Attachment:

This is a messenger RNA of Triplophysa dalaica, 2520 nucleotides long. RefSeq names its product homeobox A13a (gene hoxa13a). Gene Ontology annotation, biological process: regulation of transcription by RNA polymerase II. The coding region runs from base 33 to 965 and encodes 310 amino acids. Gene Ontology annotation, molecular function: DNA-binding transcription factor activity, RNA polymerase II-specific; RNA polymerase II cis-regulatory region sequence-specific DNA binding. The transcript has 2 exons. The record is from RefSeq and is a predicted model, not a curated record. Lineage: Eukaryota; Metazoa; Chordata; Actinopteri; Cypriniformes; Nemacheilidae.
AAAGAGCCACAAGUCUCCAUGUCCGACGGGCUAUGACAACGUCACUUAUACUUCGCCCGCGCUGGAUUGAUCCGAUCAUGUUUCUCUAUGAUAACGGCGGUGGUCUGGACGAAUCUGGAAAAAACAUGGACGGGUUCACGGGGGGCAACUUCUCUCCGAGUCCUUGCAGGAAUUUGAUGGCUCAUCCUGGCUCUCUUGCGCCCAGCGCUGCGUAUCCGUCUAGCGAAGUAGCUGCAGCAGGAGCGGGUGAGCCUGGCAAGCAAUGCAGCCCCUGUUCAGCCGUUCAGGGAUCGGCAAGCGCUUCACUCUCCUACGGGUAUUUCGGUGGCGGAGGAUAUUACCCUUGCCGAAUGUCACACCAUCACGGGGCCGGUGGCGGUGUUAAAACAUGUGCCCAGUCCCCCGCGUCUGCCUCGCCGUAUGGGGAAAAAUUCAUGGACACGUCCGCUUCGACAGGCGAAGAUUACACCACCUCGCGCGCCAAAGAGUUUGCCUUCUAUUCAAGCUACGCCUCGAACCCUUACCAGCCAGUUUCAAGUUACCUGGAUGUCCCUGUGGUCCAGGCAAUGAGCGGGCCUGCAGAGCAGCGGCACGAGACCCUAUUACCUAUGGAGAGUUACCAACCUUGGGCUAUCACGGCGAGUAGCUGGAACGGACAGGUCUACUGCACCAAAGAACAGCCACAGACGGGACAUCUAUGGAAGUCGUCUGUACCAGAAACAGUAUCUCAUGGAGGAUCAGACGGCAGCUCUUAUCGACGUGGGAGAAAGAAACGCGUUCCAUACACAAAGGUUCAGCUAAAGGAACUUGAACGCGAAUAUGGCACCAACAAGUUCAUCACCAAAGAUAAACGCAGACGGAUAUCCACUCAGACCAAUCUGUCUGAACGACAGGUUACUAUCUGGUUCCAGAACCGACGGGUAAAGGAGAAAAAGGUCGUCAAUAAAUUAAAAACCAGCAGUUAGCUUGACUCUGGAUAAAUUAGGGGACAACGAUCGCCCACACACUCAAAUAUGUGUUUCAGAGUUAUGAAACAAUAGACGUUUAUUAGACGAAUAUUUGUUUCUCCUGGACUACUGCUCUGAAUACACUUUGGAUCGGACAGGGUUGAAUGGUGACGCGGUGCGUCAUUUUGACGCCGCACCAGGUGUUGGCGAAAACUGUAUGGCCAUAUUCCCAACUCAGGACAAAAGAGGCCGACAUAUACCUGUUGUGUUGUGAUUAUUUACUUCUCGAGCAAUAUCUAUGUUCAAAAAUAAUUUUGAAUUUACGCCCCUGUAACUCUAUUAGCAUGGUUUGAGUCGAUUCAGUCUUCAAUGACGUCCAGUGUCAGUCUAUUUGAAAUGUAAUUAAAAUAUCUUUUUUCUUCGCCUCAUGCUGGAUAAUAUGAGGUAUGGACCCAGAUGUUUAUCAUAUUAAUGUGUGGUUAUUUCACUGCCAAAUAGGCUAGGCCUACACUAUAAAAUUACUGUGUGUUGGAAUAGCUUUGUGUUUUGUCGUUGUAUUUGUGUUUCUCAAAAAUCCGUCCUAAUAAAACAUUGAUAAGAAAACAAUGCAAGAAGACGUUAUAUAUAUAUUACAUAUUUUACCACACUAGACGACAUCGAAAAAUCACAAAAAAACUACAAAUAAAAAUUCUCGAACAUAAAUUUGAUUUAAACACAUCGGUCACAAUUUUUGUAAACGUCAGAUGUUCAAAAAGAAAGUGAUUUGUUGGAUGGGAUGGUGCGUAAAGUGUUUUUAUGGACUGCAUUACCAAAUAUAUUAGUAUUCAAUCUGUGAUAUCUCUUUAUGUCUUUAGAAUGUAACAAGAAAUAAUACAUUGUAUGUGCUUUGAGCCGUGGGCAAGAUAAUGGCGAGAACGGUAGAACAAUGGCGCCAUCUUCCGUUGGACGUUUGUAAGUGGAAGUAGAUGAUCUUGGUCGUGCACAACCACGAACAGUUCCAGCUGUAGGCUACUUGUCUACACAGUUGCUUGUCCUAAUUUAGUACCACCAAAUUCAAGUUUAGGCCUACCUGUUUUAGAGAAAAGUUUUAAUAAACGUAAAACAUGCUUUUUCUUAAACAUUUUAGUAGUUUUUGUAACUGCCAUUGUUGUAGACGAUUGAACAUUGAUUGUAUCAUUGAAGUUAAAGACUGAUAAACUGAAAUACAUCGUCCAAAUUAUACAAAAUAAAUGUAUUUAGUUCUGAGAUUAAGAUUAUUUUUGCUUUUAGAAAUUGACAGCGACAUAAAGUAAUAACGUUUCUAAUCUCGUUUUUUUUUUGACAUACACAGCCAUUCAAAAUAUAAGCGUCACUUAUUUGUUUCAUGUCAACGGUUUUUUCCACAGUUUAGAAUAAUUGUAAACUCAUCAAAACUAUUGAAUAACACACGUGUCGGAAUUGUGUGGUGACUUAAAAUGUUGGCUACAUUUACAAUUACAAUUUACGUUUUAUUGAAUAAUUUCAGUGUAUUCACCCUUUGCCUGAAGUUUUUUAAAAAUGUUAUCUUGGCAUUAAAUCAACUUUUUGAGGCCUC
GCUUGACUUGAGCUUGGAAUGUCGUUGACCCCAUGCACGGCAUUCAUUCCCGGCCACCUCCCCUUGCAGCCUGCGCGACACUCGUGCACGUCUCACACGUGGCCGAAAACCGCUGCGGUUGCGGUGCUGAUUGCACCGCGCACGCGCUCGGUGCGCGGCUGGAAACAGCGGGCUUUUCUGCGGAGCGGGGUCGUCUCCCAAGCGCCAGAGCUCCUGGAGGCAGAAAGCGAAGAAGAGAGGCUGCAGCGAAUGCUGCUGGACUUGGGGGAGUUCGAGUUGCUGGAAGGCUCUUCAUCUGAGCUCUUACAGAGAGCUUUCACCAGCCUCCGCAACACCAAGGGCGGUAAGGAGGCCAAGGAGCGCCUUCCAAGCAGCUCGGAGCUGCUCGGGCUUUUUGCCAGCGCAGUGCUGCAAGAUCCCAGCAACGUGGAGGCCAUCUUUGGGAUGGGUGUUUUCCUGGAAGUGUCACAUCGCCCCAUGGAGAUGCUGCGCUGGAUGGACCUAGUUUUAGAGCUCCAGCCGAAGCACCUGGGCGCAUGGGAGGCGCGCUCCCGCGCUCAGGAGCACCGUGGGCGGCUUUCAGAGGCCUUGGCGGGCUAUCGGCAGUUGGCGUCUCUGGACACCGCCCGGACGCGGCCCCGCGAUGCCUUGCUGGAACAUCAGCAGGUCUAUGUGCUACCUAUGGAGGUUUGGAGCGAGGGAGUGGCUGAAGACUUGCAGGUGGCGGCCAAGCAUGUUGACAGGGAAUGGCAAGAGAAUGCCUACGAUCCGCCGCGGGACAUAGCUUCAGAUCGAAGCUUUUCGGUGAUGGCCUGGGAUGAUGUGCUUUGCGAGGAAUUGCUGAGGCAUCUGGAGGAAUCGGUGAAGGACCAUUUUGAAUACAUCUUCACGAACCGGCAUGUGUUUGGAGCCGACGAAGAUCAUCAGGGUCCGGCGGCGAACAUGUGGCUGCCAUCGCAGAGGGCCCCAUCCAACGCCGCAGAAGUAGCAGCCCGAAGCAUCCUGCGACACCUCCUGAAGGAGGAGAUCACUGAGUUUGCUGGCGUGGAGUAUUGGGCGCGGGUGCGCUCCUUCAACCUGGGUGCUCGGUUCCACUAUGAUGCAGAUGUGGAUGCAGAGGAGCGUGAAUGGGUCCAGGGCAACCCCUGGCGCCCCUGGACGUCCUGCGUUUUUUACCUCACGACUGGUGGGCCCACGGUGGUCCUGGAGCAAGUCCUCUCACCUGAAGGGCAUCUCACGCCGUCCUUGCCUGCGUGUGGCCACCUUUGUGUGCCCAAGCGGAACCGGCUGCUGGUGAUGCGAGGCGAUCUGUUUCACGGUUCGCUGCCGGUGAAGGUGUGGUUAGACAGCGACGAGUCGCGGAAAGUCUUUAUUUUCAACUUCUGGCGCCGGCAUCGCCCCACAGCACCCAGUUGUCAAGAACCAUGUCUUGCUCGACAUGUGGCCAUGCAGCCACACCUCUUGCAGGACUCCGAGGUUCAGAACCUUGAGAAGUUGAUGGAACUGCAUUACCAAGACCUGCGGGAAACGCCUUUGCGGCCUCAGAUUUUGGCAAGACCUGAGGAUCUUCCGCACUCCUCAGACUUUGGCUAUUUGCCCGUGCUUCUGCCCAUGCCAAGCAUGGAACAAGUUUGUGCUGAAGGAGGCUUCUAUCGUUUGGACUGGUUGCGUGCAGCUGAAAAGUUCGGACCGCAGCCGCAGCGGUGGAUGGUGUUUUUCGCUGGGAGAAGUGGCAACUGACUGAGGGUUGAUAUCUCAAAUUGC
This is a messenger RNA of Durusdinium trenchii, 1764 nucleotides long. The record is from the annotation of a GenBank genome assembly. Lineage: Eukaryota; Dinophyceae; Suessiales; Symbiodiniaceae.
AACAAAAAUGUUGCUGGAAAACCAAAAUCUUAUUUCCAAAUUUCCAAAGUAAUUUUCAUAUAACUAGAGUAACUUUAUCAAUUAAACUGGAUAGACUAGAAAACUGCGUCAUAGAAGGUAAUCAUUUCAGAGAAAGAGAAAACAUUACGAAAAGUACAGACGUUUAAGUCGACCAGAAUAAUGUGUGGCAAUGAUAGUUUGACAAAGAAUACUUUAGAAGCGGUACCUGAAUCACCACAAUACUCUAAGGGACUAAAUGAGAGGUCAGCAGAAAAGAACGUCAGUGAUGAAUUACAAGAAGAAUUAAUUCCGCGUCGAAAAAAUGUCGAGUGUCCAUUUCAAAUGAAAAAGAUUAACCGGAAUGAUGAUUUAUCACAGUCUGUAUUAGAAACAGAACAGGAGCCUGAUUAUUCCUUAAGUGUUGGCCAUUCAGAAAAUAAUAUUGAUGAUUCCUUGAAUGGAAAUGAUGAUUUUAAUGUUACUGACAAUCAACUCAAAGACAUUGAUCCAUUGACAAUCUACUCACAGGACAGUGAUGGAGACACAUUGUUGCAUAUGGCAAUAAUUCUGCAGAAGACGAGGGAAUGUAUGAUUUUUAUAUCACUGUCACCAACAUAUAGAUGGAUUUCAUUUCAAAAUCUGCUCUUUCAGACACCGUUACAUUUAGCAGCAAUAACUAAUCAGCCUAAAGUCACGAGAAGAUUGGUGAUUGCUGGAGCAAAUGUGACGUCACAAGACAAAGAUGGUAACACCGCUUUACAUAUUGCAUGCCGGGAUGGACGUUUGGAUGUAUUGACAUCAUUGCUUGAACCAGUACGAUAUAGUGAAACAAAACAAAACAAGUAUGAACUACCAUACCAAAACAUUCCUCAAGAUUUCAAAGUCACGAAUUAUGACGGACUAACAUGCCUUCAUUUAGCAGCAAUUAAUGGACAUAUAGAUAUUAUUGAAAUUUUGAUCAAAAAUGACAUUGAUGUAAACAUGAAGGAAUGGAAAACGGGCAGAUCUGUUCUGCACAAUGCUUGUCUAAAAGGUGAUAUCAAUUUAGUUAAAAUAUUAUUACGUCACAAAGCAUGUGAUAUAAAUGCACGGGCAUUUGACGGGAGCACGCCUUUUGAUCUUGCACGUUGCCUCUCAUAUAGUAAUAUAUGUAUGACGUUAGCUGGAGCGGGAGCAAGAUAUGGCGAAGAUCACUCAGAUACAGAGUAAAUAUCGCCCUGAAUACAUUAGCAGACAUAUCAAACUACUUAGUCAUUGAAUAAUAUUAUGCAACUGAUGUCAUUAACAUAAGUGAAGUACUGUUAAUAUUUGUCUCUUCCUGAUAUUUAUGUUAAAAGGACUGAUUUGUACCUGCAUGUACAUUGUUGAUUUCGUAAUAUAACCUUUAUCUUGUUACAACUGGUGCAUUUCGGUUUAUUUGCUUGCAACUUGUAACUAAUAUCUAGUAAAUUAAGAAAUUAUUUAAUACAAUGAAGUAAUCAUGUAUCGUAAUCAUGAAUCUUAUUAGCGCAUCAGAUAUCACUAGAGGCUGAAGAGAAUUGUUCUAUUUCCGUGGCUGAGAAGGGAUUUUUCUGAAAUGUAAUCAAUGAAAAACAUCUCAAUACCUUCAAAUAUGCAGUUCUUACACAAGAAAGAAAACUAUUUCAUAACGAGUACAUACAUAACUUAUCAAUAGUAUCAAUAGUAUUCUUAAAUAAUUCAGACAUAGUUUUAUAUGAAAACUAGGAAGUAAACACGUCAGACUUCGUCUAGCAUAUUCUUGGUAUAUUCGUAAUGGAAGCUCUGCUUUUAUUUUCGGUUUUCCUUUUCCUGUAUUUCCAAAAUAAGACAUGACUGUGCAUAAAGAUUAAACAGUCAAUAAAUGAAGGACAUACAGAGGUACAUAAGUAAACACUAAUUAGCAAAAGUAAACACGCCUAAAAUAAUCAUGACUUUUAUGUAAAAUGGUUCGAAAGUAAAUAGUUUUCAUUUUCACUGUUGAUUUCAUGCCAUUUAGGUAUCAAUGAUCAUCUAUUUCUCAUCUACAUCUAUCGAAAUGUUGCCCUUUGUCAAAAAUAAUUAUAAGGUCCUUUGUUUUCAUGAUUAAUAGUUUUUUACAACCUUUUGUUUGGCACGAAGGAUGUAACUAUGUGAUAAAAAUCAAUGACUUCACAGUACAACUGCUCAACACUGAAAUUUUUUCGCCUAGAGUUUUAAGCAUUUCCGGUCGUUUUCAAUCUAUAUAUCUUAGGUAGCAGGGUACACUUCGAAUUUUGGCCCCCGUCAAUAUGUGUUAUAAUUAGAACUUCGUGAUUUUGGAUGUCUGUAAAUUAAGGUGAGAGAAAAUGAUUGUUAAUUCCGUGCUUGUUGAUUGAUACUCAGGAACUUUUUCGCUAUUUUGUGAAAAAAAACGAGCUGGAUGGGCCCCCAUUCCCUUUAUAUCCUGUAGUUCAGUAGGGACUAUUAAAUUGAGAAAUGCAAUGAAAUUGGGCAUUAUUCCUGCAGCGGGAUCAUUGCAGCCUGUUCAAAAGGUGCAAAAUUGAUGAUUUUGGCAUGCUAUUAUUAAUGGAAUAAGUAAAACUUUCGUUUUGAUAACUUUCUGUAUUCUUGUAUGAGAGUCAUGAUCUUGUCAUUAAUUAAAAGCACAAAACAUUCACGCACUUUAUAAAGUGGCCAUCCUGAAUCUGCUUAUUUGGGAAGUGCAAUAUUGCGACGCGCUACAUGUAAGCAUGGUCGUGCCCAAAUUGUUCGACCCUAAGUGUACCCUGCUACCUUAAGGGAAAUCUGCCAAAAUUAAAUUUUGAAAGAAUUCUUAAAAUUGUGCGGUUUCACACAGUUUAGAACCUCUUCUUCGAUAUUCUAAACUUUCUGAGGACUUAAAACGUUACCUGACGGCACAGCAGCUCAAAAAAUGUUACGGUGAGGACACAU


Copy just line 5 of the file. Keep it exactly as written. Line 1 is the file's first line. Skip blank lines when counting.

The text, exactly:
AACAAAAAUGUUGCUGGAAAACCAAAAUCUUAUUUCCAAAUUUCCAAAGUAAUUUUCAUAUAACUAGAGUAACUUUAUCAAUUAAACUGGAUAGACUAGAAAACUGCGUCAUAGAAGGUAAUCAUUUCAGAGAAAGAGAAAACAUUACGAAAAGUACAGACGUUUAAGUCGACCAGAAUAAUGUGUGGCAAUGAUAGUUUGACAAAGAAUACUUUAGAAGCGGUACCUGAAUCACCACAAUACUCUAAGGGACUAAAUGAGAGGUCAGCAGAAAAGAACGUCAGUGAUGAAUUACAAGAAGAAUUAAUUCCGCGUCGAAAAAAUGUCGAGUGUCCAUUUCAAAUGAAAAAGAUUAACCGGAAUGAUGAUUUAUCACAGUCUGUAUUAGAAACAGAACAGGAGCCUGAUUAUUCCUUAAGUGUUGGCCAUUCAGAAAAUAAUAUUGAUGAUUCCUUGAAUGGAAAUGAUGAUUUUAAUGUUACUGACAAUCAACUCAAAGACAUUGAUCCAUUGACAAUCUACUCACAGGACAGUGAUGGAGACACAUUGUUGCAUAUGGCAAUAAUUCUGCAGAAGACGAGGGAAUGUAUGAUUUUUAUAUCACUGUCACCAACAUAUAGAUGGAUUUCAUUUCAAAAUCUGCUCUUUCAGACACCGUUACAUUUAGCAGCAAUAACUAAUCAGCCUAAAGUCACGAGAAGAUUGGUGAUUGCUGGAGCAAAUGUGACGUCACAAGACAAAGAUGGUAACACCGCUUUACAUAUUGCAUGCCGGGAUGGACGUUUGGAUGUAUUGACAUCAUUGCUUGAACCAGUACGAUAUAGUGAAACAAAACAAAACAAGUAUGAACUACCAUACCAAAACAUUCCUCAAGAUUUCAAAGUCACGAAUUAUGACGGACUAACAUGCCUUCAUUUAGCAGCAAUUAAUGGACAUAUAGAUAUUAUUGAAAUUUUGAUCAAAAAUGACAUUGAUGUAAACAUGAAGGAAUGGAAAACGGGCAGAUCUGUUCUGCACAAUGCUUGUCUAAAAGGUGAUAUCAAUUUAGUUAAAAUAUUAUUACGUCACAAAGCAUGUGAUAUAAAUGCACGGGCAUUUGACGGGAGCACGCCUUUUGAUCUUGCACGUUGCCUCUCAUAUAGUAAUAUAUGUAUGACGUUAGCUGGAGCGGGAGCAAGAUAUGGCGAAGAUCACUCAGAUACAGAGUAAAUAUCGCCCUGAAUACAUUAGCAGACAUAUCAAACUACUUAGUCAUUGAAUAAUAUUAUGCAACUGAUGUCAUUAACAUAAGUGAAGUACUGUUAAUAUUUGUCUCUUCCUGAUAUUUAUGUUAAAAGGACUGAUUUGUACCUGCAUGUACAUUGUUGAUUUCGUAAUAUAACCUUUAUCUUGUUACAACUGGUGCAUUUCGGUUUAUUUGCUUGCAACUUGUAACUAAUAUCUAGUAAAUUAAGAAAUUAUUUAAUACAAUGAAGUAAUCAUGUAUCGUAAUCAUGAAUCUUAUUAGCGCAUCAGAUAUCACUAGAGGCUGAAGAGAAUUGUUCUAUUUCCGUGGCUGAGAAGGGAUUUUUCUGAAAUGUAAUCAAUGAAAAACAUCUCAAUACCUUCAAAUAUGCAGUUCUUACACAAGAAAGAAAACUAUUUCAUAACGAGUACAUACAUAACUUAUCAAUAGUAUCAAUAGUAUUCUUAAAUAAUUCAGACAUAGUUUUAUAUGAAAACUAGGAAGUAAACACGUCAGACUUCGUCUAGCAUAUUCUUGGUAUAUUCGUAAUGGAAGCUCUGCUUUUAUUUUCGGUUUUCCUUUUCCUGUAUUUCCAAAAUAAGACAUGACUGUGCAUAAAGAUUAAACAGUCAAUAAAUGAAGGACAUACAGAGGUACAUAAGUAAACACUAAUUAGCAAAAGUAAACACGCCUAAAAUAAUCAUGACUUUUAUGUAAAAUGGUUCGAAAGUAAAUAGUUUUCAUUUUCACUGUUGAUUUCAUGCCAUUUAGGUAUCAAUGAUCAUCUAUUUCUCAUCUACAUCUAUCGAAAUGUUGCCCUUUGUCAAAAAUAAUUAUAAGGUCCUUUGUUUUCAUGAUUAAUAGUUUUUUACAACCUUUUGUUUGGCACGAAGGAUGUAACUAUGUGAUAAAAAUCAAUGACUUCACAGUACAACUGCUCAACACUGAAAUUUUUUCGCCUAGAGUUUUAAGCAUUUCCGGUCGUUUUCAAUCUAUAUAUCUUAGGUAGCAGGGUACACUUCGAAUUUUGGCCCCCGUCAAUAUGUGUUAUAAUUAGAACUUCGUGAUUUUGGAUGUCUGUAAAUUAAGGUGAGAGAAAAUGAUUGUUAAUUCCGUGCUUGUUGAUUGAUACUCAGGAACUUUUUCGCUAUUUUGUGAAAAAAAACGAGCUGGAUGGGCCCCCAUUCCCUUUAUAUCCUGUAGUUCAGUAGGGACUAUUAAAUUGAGAAAUGCAAUGAAAUUGGGCAUUAUUCCUGCAGCGGGAUCAUUGCAGCCUGUUCAAAAGGUGCAAAAUUGAUGAUUUUGGCAUGCUAUUAUUAAUGGAAUAAGUAAAACUUUCGUUUUGAUAACUUUCUGUAUUCUUGUAUGAGAGUCAUGAUCUUGUCAUUAAUUAAAAGCACAAAACAUUCACGCACUUUAUAAAGUGGCCAUCCUGAAUCUGCUUAUUUGGGAAGUGCAAUAUUGCGACGCGCUACAUGUAAGCAUGGUCGUGCCCAAAUUGUUCGACCCUAAGUGUACCCUGCUACCUUAAGGGAAAUCUGCCAAAAUUAAAUUUUGAAAGAAUUCUUAAAAUUGUGCGGUUUCACACAGUUUAGAACCUCUUCUUCGAUAUUCUAAACUUUCUGAGGACUUAAAACGUUACCUGACGGCACAGCAGCUCAAAAAAUGUUACGGUGAGGACACAU